For devout Jews who kept their faith and commitment to YHWH, Babylon was a symbol of God’s rejection, of His giving them over to the people of other gods, removing His favor and protection from them. It was the punishment for their sins, their continual turning away from God to idols, and their failure to do justice as God commanded.

Their experience echoes back to Adam and Eve in the Garden. After the fall, they were cut off from the Garden, exiled to a world of death, decay, struggle and toil. Babylon is like the experience of all humans created in God’s people in the world.

God’s attempt to establish a people chosen by Him, devoted to Him in covenant relationship, among which He established His presence, protection, and favor seemed to have ended in failure. We know, however, that it was all part of the plan of God to accomplish His purposes. We know that God works all things together for the good of His people according to His purposes.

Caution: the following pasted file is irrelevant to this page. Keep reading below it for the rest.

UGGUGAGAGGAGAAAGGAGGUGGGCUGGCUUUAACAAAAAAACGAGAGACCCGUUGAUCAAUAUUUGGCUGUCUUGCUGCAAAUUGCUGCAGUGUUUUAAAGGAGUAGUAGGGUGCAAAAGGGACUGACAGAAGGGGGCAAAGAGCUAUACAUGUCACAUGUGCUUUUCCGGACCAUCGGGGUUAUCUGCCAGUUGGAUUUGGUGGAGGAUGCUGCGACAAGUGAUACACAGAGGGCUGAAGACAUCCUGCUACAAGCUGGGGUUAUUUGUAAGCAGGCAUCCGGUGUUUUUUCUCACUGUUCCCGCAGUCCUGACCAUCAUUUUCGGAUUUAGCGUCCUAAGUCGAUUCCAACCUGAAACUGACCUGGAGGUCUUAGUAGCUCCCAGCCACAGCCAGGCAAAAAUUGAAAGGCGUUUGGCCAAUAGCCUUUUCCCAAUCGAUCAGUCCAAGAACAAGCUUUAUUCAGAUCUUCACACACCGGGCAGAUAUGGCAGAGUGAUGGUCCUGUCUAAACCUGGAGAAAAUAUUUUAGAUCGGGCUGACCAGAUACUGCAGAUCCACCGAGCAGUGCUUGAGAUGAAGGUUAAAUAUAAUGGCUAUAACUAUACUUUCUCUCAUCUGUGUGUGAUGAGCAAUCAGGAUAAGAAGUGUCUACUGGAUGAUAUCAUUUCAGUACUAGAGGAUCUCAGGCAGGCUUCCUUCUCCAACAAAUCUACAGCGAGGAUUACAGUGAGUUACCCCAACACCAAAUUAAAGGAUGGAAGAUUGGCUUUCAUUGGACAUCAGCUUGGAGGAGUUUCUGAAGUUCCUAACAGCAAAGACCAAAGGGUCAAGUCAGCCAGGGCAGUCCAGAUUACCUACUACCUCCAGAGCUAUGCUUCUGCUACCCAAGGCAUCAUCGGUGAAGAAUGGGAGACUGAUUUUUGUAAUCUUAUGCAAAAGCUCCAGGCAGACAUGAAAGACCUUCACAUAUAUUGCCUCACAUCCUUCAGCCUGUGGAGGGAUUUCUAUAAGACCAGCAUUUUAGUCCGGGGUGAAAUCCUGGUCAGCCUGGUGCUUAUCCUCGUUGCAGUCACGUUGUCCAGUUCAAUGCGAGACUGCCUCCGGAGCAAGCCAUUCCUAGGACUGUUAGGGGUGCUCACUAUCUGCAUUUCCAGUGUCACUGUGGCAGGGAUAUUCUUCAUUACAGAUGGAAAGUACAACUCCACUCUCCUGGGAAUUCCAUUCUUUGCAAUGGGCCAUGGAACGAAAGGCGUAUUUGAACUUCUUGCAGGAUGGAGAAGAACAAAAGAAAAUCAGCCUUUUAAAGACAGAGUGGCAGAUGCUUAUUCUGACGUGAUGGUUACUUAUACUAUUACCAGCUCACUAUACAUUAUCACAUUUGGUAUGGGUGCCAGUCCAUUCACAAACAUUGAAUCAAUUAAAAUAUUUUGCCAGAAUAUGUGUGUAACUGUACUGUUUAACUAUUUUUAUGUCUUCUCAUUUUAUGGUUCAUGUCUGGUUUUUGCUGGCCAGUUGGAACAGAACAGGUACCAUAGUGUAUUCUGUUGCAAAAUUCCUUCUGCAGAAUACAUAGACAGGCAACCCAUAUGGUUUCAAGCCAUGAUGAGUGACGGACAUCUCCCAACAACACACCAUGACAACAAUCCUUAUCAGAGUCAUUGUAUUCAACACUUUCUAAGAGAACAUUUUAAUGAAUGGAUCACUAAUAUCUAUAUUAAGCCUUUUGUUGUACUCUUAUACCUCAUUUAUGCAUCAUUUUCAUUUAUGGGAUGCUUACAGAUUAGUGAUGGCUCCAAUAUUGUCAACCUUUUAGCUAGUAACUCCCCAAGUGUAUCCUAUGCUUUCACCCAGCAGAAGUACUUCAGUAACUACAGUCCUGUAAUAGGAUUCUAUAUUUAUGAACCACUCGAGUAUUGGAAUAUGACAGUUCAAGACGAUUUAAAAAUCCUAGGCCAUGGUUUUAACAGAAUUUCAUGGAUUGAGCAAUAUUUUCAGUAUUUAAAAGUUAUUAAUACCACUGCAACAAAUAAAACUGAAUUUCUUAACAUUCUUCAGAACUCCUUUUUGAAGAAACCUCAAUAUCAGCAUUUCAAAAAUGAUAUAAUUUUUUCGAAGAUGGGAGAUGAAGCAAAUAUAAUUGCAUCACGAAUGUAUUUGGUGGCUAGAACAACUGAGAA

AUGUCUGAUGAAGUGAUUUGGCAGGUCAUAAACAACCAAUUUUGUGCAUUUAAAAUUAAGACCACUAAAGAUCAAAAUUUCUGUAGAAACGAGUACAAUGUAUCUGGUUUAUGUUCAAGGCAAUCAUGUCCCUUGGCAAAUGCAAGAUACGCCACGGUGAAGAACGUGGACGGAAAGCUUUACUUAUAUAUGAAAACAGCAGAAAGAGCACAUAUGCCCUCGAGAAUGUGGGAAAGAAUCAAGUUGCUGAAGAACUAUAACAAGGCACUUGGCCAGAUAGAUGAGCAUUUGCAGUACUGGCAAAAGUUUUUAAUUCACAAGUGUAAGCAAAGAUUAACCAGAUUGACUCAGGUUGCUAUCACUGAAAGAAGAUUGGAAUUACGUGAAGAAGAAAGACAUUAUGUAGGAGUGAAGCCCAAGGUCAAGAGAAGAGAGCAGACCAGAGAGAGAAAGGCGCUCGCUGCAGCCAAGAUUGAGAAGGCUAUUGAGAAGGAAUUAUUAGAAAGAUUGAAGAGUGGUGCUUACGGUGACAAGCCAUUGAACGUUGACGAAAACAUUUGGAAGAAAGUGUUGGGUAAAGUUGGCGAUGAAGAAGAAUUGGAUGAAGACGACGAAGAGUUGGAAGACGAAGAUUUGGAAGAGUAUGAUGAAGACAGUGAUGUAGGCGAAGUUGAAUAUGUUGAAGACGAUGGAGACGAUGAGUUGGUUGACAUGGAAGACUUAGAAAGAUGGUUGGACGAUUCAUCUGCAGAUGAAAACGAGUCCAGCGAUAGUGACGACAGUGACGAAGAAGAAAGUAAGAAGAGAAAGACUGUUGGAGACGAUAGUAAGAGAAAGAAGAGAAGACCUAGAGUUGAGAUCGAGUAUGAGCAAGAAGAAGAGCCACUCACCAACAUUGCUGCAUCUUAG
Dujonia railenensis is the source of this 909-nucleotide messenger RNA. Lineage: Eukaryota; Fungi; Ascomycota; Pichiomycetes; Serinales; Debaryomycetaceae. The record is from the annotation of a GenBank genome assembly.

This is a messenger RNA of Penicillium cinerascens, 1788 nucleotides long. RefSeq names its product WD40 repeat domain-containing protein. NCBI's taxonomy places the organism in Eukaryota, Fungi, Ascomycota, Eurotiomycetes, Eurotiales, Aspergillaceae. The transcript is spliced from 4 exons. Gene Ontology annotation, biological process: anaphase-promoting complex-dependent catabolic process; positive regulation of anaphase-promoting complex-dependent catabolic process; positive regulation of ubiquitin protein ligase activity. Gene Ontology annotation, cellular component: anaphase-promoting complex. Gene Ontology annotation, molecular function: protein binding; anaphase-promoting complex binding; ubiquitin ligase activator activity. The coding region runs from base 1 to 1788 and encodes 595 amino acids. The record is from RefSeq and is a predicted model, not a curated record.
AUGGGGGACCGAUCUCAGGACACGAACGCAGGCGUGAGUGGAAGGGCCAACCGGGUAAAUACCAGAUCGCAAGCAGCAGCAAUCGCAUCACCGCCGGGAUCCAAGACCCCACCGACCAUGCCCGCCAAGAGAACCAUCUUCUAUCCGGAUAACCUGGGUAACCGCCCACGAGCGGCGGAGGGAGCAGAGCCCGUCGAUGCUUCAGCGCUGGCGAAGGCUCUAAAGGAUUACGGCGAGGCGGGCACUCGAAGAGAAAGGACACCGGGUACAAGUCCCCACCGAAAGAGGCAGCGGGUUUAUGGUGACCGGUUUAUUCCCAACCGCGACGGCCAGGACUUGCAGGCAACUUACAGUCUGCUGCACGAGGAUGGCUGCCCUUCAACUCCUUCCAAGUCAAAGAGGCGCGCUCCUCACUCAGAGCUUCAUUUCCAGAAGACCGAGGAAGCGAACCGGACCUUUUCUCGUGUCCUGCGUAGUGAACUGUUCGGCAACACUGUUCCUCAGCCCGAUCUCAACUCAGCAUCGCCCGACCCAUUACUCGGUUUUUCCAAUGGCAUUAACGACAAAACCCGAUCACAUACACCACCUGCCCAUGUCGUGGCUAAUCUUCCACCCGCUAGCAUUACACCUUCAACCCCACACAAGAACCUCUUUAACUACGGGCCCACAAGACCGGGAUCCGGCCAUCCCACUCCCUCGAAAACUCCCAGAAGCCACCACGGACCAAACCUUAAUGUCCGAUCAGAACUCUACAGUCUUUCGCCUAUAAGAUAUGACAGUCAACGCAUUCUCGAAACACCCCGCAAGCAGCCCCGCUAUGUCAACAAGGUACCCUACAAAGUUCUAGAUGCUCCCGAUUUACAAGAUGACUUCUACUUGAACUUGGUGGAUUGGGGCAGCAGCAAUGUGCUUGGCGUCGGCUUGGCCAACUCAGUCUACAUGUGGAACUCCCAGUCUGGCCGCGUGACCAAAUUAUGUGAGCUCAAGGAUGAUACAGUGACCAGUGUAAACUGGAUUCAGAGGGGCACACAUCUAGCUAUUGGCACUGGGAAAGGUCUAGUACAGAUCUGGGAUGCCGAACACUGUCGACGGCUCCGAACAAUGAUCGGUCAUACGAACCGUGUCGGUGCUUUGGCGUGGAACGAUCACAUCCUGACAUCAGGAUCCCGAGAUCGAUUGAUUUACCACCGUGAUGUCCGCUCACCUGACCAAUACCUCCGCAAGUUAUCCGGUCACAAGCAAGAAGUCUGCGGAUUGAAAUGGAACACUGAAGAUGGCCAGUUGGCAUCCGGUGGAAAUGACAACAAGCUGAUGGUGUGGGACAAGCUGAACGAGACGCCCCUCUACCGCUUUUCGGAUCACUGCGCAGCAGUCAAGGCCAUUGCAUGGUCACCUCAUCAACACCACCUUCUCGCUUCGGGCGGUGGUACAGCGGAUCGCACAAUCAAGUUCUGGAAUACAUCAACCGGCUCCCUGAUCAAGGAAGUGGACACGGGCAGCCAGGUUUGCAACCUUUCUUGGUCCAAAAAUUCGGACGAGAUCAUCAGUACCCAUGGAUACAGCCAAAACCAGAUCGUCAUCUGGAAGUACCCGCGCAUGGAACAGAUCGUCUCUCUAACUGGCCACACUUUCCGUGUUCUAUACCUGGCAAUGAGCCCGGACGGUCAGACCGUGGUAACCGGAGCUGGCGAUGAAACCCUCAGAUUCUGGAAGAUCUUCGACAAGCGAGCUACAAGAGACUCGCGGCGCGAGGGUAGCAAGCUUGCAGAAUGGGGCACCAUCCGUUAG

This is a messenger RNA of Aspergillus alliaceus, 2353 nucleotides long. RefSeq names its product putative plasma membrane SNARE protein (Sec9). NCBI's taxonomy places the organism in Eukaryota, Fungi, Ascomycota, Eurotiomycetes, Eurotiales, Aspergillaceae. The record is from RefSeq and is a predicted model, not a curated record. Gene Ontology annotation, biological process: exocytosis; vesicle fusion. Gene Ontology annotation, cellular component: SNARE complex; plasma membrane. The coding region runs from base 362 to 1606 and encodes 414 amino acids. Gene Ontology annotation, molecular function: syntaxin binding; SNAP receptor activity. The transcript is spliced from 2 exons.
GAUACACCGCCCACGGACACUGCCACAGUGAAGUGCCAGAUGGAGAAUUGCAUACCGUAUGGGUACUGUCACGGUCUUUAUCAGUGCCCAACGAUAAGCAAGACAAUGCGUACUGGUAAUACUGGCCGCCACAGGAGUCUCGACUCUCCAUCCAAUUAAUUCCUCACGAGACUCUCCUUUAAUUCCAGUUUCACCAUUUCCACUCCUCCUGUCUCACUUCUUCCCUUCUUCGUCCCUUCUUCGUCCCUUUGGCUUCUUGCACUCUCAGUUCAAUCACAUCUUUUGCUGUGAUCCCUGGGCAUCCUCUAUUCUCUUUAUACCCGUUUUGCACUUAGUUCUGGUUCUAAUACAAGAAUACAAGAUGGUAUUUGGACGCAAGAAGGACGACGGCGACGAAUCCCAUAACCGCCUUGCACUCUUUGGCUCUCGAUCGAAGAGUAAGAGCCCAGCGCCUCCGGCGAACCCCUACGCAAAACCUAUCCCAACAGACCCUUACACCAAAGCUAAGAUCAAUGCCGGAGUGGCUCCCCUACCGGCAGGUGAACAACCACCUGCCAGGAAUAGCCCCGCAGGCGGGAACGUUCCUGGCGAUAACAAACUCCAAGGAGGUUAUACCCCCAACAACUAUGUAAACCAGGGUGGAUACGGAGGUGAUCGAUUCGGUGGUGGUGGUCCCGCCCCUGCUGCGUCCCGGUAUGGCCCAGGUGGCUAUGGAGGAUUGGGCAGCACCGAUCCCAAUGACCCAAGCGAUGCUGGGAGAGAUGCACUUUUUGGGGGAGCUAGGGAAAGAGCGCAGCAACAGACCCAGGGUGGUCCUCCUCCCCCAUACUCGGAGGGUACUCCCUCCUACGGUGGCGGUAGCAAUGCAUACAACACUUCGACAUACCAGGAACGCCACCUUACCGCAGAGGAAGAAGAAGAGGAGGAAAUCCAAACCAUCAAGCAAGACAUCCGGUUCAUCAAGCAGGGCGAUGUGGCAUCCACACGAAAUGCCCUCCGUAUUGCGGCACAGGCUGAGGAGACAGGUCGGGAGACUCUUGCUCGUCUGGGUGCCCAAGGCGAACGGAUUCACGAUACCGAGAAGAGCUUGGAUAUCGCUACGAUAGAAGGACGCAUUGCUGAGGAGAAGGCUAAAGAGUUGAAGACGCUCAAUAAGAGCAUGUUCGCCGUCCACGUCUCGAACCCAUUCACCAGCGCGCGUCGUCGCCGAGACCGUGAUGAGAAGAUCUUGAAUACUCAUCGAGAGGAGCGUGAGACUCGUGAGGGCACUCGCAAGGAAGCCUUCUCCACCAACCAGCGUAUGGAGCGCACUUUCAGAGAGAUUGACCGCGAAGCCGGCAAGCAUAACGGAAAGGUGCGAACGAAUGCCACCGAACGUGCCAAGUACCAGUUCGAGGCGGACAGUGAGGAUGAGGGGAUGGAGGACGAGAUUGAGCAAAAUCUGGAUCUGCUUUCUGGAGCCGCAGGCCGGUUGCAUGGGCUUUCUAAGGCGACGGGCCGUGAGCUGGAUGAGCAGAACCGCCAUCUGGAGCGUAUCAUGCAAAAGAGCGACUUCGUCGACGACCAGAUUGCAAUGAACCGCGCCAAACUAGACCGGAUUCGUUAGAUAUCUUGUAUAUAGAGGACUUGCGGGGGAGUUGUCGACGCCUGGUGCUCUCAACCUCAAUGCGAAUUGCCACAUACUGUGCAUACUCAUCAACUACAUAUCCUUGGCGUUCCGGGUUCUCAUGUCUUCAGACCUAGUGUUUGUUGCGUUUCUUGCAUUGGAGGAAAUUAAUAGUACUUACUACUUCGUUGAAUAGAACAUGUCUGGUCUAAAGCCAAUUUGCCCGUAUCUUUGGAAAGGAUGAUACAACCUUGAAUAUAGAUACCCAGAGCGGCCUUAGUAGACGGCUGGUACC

“God works in mysterious ways” is a statement not found in the Bible, but another prophet, Isaiah, said something similar just before the exile:

“‘For my thoughts are not your thoughts, neither are your ways my ways,’ declares the LORD. ‘As the heavens are higher than the earth, so are my ways higher than your ways and my thoughts than your thoughts.'” (Isaiah 55:8-9)

God’s plans and purposes for the world existed from before the foundation of the world. They extend far beyond the the future that we can see into eternity. Our 80-100 years on this planet are nothing but a mist, a flower that is here today and gone tomorrow, in the eons of time that began with the creation.

To understand what it means to follow Jesus in the Babylon we call this world, we need to gain his perspective. Jesus knew the mind of God. (John 12:49; John 14:10; and John 17:8) Jesus was the Word, who was with God in the beginning; Jesus was the Word through whom all things were created; and Jesus was the Word who become flesh. (John 1:1-3, 14)